The Syrian Hamster, also known as the golden hamster or the teddy bear hamster, was first discovered in 1839 by George R. Waterhouse. He named the species Mesocricetus Auratus, meaning Golden Hair. Researchers and scientists were unable to domesticate and breed hamsters successfully until a whopping century later. 

     Although difficult to believe, every domesticated Syrian hamster is descended from one brother-sister litter, therefore all Syrians are related in some way. A zoologist from the University of Jerusalem, Israel Aharoni, is responsible for importing this beginning litter in 1930 from Syria (hence the name, Syrian) to Jerusalem. The hamsters were taken to a lab in Jerusalem to be studied. The scientists found them friendly, full of character, and low maintenance. Using the litter, hamsters were bred successfully in Jerusalem. Nine years later, in 1939, hamsters were exported around the world and to the US, where they became a very common pet and lab animal.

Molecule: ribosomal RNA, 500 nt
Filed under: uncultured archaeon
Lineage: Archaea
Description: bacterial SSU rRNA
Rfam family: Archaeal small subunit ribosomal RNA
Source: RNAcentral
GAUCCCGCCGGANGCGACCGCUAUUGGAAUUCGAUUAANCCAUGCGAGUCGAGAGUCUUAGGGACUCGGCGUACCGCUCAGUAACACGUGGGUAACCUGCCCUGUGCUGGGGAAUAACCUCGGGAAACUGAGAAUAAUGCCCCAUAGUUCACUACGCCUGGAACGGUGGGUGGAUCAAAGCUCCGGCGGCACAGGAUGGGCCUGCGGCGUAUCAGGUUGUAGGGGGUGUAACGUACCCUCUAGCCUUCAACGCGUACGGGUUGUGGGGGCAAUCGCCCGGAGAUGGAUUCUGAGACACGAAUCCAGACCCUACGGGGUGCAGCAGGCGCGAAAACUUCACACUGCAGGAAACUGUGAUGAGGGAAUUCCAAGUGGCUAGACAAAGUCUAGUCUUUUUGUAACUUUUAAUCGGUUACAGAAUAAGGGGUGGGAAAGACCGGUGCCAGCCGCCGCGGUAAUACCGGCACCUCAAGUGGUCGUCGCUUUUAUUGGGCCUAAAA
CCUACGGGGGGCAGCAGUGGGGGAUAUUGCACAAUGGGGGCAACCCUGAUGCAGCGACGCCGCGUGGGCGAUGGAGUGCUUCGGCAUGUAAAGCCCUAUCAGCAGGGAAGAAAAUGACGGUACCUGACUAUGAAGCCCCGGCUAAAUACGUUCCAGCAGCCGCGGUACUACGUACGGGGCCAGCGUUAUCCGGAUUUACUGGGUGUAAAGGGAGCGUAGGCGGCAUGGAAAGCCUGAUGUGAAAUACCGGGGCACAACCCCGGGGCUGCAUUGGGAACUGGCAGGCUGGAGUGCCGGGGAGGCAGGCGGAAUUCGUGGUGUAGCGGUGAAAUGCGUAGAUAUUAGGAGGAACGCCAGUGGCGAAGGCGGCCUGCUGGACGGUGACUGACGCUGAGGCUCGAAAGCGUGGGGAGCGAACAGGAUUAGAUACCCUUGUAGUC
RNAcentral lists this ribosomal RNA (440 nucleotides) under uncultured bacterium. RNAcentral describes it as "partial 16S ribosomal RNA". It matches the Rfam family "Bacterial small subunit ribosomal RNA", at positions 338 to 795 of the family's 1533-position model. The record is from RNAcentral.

Studies comparing wild and domesticated Syrians have shown reduced genetic variability in the domestic strain. However, the behavioral, chronobiological, morphometrical, hematological, and biochemical parameters are shown to be surprisingly similar.  

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Hi! My name is Hailey and I created this blog as a place for me to post my knowledge, advice, experiences, and interest.

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